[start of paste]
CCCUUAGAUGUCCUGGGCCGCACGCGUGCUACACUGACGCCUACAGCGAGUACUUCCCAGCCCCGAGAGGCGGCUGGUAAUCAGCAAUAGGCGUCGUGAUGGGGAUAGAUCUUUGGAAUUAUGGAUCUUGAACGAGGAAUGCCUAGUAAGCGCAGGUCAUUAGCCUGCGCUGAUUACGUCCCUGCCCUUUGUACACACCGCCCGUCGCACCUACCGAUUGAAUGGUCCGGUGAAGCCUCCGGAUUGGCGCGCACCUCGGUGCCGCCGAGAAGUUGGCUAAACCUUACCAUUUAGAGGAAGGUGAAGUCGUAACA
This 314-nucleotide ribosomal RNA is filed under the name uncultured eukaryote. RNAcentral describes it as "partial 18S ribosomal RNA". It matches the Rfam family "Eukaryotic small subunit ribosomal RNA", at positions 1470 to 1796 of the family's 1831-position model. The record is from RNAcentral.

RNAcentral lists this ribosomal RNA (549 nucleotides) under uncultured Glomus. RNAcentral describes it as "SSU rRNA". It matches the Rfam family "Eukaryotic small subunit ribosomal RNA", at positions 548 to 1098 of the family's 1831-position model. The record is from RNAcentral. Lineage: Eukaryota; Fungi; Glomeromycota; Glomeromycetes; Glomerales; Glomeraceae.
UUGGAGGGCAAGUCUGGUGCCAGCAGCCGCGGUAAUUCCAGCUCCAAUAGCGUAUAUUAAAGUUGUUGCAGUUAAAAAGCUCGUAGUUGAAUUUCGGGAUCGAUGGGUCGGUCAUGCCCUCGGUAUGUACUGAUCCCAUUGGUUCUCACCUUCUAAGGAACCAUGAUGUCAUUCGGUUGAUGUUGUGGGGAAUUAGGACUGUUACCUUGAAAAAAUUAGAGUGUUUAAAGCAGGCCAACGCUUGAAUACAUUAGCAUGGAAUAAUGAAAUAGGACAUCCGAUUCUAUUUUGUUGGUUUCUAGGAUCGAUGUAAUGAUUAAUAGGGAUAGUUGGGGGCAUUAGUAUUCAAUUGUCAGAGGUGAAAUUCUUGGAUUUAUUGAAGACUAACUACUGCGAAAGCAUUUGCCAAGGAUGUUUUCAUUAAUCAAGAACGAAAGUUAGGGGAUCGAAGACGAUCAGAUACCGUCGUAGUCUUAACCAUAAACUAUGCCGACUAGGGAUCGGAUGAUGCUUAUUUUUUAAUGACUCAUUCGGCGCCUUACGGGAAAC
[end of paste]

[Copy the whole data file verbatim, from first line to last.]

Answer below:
CCCUUAGAUGUCCUGGGCCGCACGCGUGCUACACUGACGCCUACAGCGAGUACUUCCCAGCCCCGAGAGGCGGCUGGUAAUCAGCAAUAGGCGUCGUGAUGGGGAUAGAUCUUUGGAAUUAUGGAUCUUGAACGAGGAAUGCCUAGUAAGCGCAGGUCAUUAGCCUGCGCUGAUUACGUCCCUGCCCUUUGUACACACCGCCCGUCGCACCUACCGAUUGAAUGGUCCGGUGAAGCCUCCGGAUUGGCGCGCACCUCGGUGCCGCCGAGAAGUUGGCUAAACCUUACCAUUUAGAGGAAGGUGAAGUCGUAACA
This 314-nucleotide ribosomal RNA is filed under the name uncultured eukaryote. RNAcentral describes it as "partial 18S ribosomal RNA". It matches the Rfam family "Eukaryotic small subunit ribosomal RNA", at positions 1470 to 1796 of the family's 1831-position model. The record is from RNAcentral.

RNAcentral lists this ribosomal RNA (549 nucleotides) under uncultured Glomus. RNAcentral describes it as "SSU rRNA". It matches the Rfam family "Eukaryotic small subunit ribosomal RNA", at positions 548 to 1098 of the family's 1831-position model. The record is from RNAcentral. Lineage: Eukaryota; Fungi; Glomeromycota; Glomeromycetes; Glomerales; Glomeraceae.
UUGGAGGGCAAGUCUGGUGCCAGCAGCCGCGGUAAUUCCAGCUCCAAUAGCGUAUAUUAAAGUUGUUGCAGUUAAAAAGCUCGUAGUUGAAUUUCGGGAUCGAUGGGUCGGUCAUGCCCUCGGUAUGUACUGAUCCCAUUGGUUCUCACCUUCUAAGGAACCAUGAUGUCAUUCGGUUGAUGUUGUGGGGAAUUAGGACUGUUACCUUGAAAAAAUUAGAGUGUUUAAAGCAGGCCAACGCUUGAAUACAUUAGCAUGGAAUAAUGAAAUAGGACAUCCGAUUCUAUUUUGUUGGUUUCUAGGAUCGAUGUAAUGAUUAAUAGGGAUAGUUGGGGGCAUUAGUAUUCAAUUGUCAGAGGUGAAAUUCUUGGAUUUAUUGAAGACUAACUACUGCGAAAGCAUUUGCCAAGGAUGUUUUCAUUAAUCAAGAACGAAAGUUAGGGGAUCGAAGACGAUCAGAUACCGUCGUAGUCUUAACCAUAAACUAUGCCGACUAGGGAUCGGAUGAUGCUUAUUUUUUAAUGACUCAUUCGGCGCCUUACGGGAAAC